The LAV-25, or light armored vehicle, is a versatile, amphibious vehicle in the Marine Corps. Its mission is to provide combined arms reconnaissance and security in support of a ground combat element. From its M242 25mm chain-driven auto cannon, to its top speed of approximately 62 mph, the LAV-25 is a useful addition to the combat capabilities of Marines serving around the globe.
To help maintain high standards, Marines with 1st Light Armored Reconnaissance Battalion conducted a live-fire gunnery qualification test at Marine Corps Air Ground Combat Center Twentynine Palms, Jan. 22, 2016.
The qualification test consisted of gunnery marksmanship training, communication between the vehicle commander and the driver, and the cooperation between the crewmembers of each LAV and the command tower. This allowed them to fire accurately when aiming on targets down range.
“This is the most realistic firing training our vehicles can engage in,” said 2nd Lt. Austin Finnell, a platoon commander with Company B, 1st LAR, 1st Marine Division, I Marine Expeditionary Force. “This provides great preparation for long-distance firing and getting the Marines accustomed to firing the main armament of the LAV-25.”
Operating the vehicle is a complex process. Each crewmember has a specific set of tasks that must be executed before an LAV can be combat effective.
“The crew of an LAV has to work together seamlessly for us to be able to do what we do,” said Finnell, a Chesterfield, Missouri, native. “The driver has to be able to position the LAV effectively, the gunner has to be able to hit the target, and the vehicle commander has to be able to quickly issue the orders and make the call for engaging hostile forces.”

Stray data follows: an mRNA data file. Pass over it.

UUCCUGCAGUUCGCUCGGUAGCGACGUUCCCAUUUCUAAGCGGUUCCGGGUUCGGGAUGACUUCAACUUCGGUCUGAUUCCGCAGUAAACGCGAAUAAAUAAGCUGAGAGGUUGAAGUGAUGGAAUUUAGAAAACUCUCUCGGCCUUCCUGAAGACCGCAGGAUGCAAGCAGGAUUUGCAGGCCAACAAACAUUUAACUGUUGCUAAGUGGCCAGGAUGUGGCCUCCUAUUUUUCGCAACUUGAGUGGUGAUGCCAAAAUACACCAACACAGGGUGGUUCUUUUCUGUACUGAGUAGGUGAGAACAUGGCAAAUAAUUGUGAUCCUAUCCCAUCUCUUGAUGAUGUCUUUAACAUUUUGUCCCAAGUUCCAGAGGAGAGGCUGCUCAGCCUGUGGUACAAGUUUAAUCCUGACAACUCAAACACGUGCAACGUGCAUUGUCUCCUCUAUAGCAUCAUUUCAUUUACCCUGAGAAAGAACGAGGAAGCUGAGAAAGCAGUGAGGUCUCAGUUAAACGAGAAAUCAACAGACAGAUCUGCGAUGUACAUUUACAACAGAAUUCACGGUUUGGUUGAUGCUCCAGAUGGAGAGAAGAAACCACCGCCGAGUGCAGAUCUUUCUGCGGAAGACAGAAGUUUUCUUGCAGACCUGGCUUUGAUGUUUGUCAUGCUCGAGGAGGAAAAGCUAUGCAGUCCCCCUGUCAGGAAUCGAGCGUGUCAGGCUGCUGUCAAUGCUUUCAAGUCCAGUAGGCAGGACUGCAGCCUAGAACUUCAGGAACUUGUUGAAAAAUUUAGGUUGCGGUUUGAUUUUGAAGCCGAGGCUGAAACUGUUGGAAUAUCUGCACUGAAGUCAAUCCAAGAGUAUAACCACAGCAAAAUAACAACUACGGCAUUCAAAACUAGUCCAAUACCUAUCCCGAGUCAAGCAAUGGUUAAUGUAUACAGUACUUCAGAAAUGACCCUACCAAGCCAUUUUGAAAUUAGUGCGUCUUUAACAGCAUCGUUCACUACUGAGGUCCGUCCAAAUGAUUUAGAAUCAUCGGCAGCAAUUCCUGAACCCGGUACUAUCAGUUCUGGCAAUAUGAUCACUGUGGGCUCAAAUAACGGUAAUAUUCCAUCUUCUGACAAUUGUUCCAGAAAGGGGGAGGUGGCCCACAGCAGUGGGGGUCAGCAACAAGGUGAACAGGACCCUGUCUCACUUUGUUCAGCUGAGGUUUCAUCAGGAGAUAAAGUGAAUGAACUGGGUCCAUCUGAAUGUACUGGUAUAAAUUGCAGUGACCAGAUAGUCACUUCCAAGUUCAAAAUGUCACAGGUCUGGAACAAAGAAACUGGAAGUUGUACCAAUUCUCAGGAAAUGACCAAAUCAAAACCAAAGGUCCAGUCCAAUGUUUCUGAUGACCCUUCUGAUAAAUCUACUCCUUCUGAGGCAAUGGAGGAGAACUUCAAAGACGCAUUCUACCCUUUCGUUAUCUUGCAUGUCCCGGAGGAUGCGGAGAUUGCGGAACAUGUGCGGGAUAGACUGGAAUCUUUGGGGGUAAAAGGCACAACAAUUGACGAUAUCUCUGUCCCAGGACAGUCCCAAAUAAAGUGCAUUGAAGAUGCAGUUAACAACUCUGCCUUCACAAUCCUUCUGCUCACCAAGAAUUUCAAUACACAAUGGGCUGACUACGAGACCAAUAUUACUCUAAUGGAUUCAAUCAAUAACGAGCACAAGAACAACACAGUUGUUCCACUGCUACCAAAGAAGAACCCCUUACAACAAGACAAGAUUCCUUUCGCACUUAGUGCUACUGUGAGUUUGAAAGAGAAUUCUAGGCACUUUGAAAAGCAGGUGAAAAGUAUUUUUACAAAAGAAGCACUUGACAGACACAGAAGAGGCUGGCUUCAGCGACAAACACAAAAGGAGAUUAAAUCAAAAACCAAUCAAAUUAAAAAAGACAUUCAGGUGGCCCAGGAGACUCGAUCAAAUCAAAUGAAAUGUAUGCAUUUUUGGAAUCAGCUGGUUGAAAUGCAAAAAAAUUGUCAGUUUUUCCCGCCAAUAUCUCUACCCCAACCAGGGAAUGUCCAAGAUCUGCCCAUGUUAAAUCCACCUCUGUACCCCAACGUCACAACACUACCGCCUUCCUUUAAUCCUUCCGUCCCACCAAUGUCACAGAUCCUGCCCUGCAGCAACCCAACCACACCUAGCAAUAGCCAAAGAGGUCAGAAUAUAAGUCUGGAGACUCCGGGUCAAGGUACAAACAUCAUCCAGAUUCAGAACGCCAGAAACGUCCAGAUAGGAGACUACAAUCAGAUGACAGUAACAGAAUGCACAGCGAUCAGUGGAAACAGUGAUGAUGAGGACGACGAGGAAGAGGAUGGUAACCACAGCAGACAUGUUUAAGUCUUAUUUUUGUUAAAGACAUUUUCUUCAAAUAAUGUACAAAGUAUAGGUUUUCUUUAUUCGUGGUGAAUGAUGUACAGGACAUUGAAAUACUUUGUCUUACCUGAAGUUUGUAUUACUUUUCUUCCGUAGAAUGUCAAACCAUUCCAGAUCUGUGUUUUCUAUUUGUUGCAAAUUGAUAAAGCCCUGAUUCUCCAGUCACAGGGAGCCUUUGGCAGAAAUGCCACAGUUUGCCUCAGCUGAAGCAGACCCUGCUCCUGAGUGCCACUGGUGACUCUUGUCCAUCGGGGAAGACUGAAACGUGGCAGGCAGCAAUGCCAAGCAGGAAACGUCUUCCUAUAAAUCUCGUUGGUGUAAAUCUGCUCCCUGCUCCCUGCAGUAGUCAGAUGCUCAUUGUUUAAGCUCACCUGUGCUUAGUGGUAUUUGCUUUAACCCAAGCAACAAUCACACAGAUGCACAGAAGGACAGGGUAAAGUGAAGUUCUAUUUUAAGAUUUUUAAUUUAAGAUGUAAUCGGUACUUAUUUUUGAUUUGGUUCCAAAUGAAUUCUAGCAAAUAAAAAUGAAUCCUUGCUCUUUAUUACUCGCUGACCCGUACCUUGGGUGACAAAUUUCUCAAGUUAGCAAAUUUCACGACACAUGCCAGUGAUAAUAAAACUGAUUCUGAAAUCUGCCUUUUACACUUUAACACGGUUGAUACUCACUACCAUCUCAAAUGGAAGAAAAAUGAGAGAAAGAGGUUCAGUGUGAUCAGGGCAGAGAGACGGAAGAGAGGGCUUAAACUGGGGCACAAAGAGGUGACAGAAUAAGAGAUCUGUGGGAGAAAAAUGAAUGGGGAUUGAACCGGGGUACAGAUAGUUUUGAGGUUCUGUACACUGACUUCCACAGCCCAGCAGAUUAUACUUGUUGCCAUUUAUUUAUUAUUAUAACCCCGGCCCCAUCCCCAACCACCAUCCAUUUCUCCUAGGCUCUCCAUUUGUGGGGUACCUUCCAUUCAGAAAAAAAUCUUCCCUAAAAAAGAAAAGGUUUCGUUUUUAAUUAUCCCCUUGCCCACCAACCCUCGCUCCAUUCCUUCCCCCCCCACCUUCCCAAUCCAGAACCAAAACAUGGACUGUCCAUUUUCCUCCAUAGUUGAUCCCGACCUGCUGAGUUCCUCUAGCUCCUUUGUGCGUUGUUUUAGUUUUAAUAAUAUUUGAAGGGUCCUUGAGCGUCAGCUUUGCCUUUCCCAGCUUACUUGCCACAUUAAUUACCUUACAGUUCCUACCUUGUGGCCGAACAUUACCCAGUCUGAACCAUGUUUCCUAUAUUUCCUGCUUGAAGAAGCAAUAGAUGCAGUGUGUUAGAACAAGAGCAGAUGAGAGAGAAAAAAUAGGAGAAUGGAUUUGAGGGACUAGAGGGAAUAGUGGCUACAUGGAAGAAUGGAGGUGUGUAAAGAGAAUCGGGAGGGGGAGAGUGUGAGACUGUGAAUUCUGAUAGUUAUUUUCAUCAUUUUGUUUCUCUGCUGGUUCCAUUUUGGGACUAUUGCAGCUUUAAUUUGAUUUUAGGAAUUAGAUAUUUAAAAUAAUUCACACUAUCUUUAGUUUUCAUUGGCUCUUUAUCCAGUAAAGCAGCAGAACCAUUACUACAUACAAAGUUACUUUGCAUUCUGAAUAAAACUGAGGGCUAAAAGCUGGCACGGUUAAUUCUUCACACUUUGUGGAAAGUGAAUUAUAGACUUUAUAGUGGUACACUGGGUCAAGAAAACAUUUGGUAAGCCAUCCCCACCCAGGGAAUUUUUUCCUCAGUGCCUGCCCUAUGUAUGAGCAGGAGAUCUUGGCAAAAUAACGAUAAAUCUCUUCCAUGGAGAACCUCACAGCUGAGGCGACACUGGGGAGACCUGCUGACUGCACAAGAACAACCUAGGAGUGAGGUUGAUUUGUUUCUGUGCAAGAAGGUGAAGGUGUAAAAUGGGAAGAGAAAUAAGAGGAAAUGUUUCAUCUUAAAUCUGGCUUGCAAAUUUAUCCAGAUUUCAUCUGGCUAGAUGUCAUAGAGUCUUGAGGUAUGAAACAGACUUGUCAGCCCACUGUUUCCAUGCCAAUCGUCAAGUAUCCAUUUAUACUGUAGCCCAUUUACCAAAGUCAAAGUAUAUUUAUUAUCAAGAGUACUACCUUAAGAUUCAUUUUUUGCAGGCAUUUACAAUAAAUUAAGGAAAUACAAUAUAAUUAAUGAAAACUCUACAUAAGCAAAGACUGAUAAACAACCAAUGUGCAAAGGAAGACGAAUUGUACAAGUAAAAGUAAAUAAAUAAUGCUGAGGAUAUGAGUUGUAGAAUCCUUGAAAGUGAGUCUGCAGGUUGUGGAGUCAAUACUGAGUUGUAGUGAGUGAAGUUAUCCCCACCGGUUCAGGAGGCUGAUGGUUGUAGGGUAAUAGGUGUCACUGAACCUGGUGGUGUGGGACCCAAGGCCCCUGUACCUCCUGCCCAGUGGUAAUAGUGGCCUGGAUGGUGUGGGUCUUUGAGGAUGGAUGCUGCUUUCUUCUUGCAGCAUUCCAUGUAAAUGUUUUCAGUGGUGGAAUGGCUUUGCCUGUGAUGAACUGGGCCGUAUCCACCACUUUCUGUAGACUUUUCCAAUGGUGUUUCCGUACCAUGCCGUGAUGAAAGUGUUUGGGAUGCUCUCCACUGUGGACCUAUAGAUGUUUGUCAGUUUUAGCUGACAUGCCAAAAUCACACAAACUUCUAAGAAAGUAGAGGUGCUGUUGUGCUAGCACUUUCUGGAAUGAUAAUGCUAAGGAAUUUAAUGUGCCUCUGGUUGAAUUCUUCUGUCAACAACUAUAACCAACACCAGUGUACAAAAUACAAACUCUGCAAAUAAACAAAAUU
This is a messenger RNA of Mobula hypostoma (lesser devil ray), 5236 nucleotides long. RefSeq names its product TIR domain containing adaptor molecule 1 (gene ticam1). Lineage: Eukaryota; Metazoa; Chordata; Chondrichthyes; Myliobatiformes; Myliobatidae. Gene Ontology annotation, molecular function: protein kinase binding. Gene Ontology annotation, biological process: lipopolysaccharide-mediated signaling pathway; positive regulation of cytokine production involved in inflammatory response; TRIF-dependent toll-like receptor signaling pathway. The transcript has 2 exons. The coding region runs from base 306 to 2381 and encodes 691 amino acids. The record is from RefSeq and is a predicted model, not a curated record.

Although teamwork is a necessity for operating an LAV, it all falls upon individual Marines and their resolve to contribute to the success of the mission.
“Even when we’re not out here on the range, we’re preparing to be able to do this,” said Lance Cpl. Kyle Gaitens, an LAV crewman with Company B, 1st LAR and a native of Virginia Beach, Virginia. “We use computer simulations to help us train and hone our skills even when we’re not in the seat of an LAV.”
It isn’t just technical skills that allow an LAV crew to do what they do. It takes dedication and commitment.
“This is not a haphazard process,” said Finnell. “These Marines have to want this.”
The training methods used on the range are what allow units like 1st LAR to remain relevant in an ever-evolving battlefield. Through their hard work and resolve, they are prepared for any challenges they may face in future operations.
Filed Under: Aerospace + defense